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Blond Ambition

TIMES STAFF WRITER

Pitchers Jamie Gillies of Saugus and Sara Griffin of Simi Valley grew up about 30 miles apart, but the distance didn’t seem to matter. As much as Gillies heard about Griffin, two years her senior, they might as well have been neighbors.

Griffin’s success at Simi Valley High, where she had a record of 63-6 in her career and led the Pioneers to a Southern Section Division I title in 1993, was not exactly a well-kept secret.

“I remember seeing her name in the [newspaper] a lot,” Gillies said.

She still does.

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Griffin and Gillies are teammates on Michigan’s fifth-ranked softball team, which plays at 8:30 this morning against No. 15 Cal State Northridge (5-1) in the San Diego State tournament in Poway.

The similarities between Griffin and Gillies are many. Both are tall blonds with sparkling personalities who have always assumed full responsibility when they lost--which hasn’t been very often.

Gillies, a freshman, and Griffin, a junior, traveled in the same Southern California amateur softball circles for several years. Both pitched to catcher Jeanine Giordano, who played with Gillies at Saugus and Griffin with the Valencia Choppers, a summer travel-ball team.

But before Gillies signed with Michigan in November 1995, they had never met.

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Now, hardly a day goes by that they don’t discuss the finer points of pitching.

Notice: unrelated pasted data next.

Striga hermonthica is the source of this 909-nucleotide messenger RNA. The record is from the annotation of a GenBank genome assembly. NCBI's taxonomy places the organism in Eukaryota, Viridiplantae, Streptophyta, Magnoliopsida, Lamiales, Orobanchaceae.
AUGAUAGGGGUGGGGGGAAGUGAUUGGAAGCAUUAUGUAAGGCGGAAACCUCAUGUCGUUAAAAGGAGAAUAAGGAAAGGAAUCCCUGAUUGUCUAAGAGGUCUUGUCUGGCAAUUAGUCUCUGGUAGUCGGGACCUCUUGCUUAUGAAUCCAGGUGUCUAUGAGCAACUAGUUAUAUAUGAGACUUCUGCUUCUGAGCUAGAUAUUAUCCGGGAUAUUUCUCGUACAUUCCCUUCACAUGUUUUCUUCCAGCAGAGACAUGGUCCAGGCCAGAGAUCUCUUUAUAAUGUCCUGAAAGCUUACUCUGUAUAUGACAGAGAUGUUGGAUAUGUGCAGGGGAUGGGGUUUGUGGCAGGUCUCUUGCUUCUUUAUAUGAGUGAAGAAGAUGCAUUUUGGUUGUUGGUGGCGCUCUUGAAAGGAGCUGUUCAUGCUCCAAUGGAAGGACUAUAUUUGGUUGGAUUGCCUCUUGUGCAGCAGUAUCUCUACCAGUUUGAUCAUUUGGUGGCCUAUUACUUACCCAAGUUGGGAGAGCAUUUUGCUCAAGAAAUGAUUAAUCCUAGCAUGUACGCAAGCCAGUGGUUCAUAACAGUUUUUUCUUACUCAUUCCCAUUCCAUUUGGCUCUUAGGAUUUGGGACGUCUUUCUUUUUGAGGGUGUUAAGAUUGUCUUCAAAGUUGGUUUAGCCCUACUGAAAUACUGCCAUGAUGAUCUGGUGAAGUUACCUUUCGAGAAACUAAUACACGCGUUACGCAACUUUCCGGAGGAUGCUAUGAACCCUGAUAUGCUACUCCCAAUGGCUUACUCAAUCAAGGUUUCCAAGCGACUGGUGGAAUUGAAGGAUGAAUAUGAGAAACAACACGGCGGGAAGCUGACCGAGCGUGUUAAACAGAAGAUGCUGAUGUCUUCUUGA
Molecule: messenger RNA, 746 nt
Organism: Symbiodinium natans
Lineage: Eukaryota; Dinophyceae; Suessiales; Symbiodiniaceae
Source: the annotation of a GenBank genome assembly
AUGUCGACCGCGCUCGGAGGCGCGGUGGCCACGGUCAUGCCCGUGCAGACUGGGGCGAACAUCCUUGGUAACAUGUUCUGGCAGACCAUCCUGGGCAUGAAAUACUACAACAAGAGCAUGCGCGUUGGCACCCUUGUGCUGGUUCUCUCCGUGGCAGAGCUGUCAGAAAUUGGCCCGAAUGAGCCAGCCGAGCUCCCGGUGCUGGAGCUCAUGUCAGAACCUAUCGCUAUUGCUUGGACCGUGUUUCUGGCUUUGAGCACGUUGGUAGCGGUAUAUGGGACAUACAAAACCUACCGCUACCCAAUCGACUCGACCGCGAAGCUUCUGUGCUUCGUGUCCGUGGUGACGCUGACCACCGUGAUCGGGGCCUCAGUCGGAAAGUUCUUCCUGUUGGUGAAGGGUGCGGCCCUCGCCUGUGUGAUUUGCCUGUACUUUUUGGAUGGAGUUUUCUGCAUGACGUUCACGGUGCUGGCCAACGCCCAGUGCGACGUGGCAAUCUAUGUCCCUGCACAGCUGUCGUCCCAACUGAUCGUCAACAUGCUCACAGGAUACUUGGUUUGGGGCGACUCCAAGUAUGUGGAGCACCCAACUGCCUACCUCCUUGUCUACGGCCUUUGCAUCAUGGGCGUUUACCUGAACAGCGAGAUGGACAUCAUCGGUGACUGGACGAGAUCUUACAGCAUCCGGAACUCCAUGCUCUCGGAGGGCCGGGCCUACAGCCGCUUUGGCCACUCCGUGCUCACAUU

“If I see a pitch that [Gillies is] giving away, I’ll let her know,” Griffin said. “It’s our duty as upperclassmen to help her out as much as we can.”

Gillies couldn’t ask for a more qualified mentor. Griffin, a 5-foot-9 right-hander, is among the most successful softball players in Michigan history.

Her resume resembles that of a stellar four-year starter, yet she’s only been around two seasons. She is Michigan’s only two-time All-American. She has won the Big Ten player of the year award in consecutive seasons and 56 of 70 decisions, giving her the best winning percentage in school history.

Griffin, who plays third base when she’s not pitching, also owns school records with 40 doubles and a .420 batting average in her career.

In 17 seasons before Griffin’s arrival, Michigan never advanced to the College World Series. With her, the Wolverines have gone twice.

Griffin has raised the bar at Michigan and Gillies, who is No. 3 in a three-pitcher rotation, is hoping to follow in her footsteps.

“Everything that she has, I want it too,” said Gillies, a 5-10 right-hander who led Saugus to the Southern Section Division II title last year. “If I want it bad enough I have to work hard like she did.”

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Gillies, who was 74-11 in four years for Saugus, has kept her ears and eyes open since arriving in Ann Arbor in August.

Griffin has obliged with all kinds of information--from where to throw certain pitches in relation to where the umpire is standing, to how to keep warm when it’s minus-7 degrees outside.

Considering the abilities of both, some might assume there is a competitive wedge between them.

Actually, the opposite is true. Griffin and Gillies have joined forces with the other five Californians on the team--including sophomore Cathy Davie of Westlake and junior Lisa Kelley of Newhall--to rib a group they good-naturedly call the “Michiganders,"--teammates who are Michigan natives and think the team is being overpopulated with Californians.

“They always rip on us,” Gillies said.

For example, she has been told by Michiganders that she has an accent and that she is too upbeat to be in Michigan.

Then again, with Griffin as her teammate, she has good reason to be happy.


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